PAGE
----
Upon selecting the sound projection 68 menu option in the device configuration menu 60, a sound projection system configuration menu 70 is displayed in the central portion of the screen 30 prompting the user to select and enter viewing room parameters, which are needed by the system software to configure the projection sound system to inject sound beams into the viewing room and reflect the sound beams off the walls and ceiling to create surround sound. The sound projection system configuration menu 70 includes an image 90 comprising a graphical representation of the user's TV viewing room, and a list of the viewing room parameters such as, e.g., TV location 71, TV wall length 74, other wall length 76 and distance from the TV to a sofa or primary seating area 78. As depicted in the image of the viewing room 90, the TV wall length parameter 74 refers to the length of a wall in the user's TV viewing room corresponding to the wall 96 that the TV 92 is depicted as positioned on, the other wall length parameter 76 refers to the length of a wall in the user's TV viewing room corresponding to the wall 98 that the TV 92 is not depicted as positioned on, and the TV to sofa parameter 78 refers to the distance between a TV and a sofa or primary viewing area in the user's TV viewing room corresponding to the TV 92 and sofa 94 as depicted in the image of the viewing room 90.

In operation, the user is first prompted to input or select the TV location 71. As the selector indicator arrow 73 is moved from one TV location option 72 to another, the TV 92 is preferably depicted at the selected position 72 along wall 96 in the image of the viewing room 90. The user can navigate between the viewing room parameters and be prompted to enter parameter values 75, 77 and 79, or be prompted in succession to enter values for TV Wall length 74, other wall length 76, and TV to sofa distance 78.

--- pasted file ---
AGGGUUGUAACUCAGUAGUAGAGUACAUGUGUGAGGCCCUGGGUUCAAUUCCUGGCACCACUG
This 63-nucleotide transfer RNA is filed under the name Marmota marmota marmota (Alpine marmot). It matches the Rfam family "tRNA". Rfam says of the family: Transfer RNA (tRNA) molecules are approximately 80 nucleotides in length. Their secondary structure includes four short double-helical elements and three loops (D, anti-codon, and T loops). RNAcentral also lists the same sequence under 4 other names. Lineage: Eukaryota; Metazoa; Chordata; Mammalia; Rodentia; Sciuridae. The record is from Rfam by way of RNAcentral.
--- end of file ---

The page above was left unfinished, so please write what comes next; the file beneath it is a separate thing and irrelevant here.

With the room parameters entered by the user and received by the control system 12 and stored in memory 22, the system software calculates the beam angles for surround sound beams such as, e.g., front right, front left, center, rear right and rear left beams, to emanate from the speaker array 42 of the sound projector 40 and orients or configures the individual speakers of the speaker array 42 accordingly.

By selecting the soft key 80 labeled “custom” in the sound projection configuration menu 70, the user is presented, as depicted in FIG. 4A, with graphical traces 140 of the paths the sound beams will follow or follow in the TV viewing room. The traces 140 corresponding to, e.g., a front left sound beam 141, a front right sound beam 142, a center sound beam 146, a rear left sound beam 143, and a rear right sound beam 144 of surround sound, are displayed on the screen 30 in an graphical image 130 representing the TV viewing room with a front or TV wall 133, a back wall 136, side walls 134 and 135, a TV 132 positioned along the TV wall 133 and a couch 138 positioned within the image 130 of the TV viewing room in spaced relation with the TV 132.

As one skilled in the art would readily understand, audio sound beams reflect off the walls of the TV viewing room following the general law of reflection in physics of “angle of incidence equals angle of reflection”. The function within the system software that draws the traces 140 includes a loop that draws each segment of a sound beam as a polygon. The corner points of the polygon are calculated through a “point bounce” function that finds the points where a straight line will bounce when shooting the line from a particular point in at a particular angle in a room of particular dimensions, and then uses the law of reflection to return the bounce angles on the room walls. Each side of the beam is calculated separately, but when drawn on the screen the two side lines of a beam represents four end points of a beam polygon.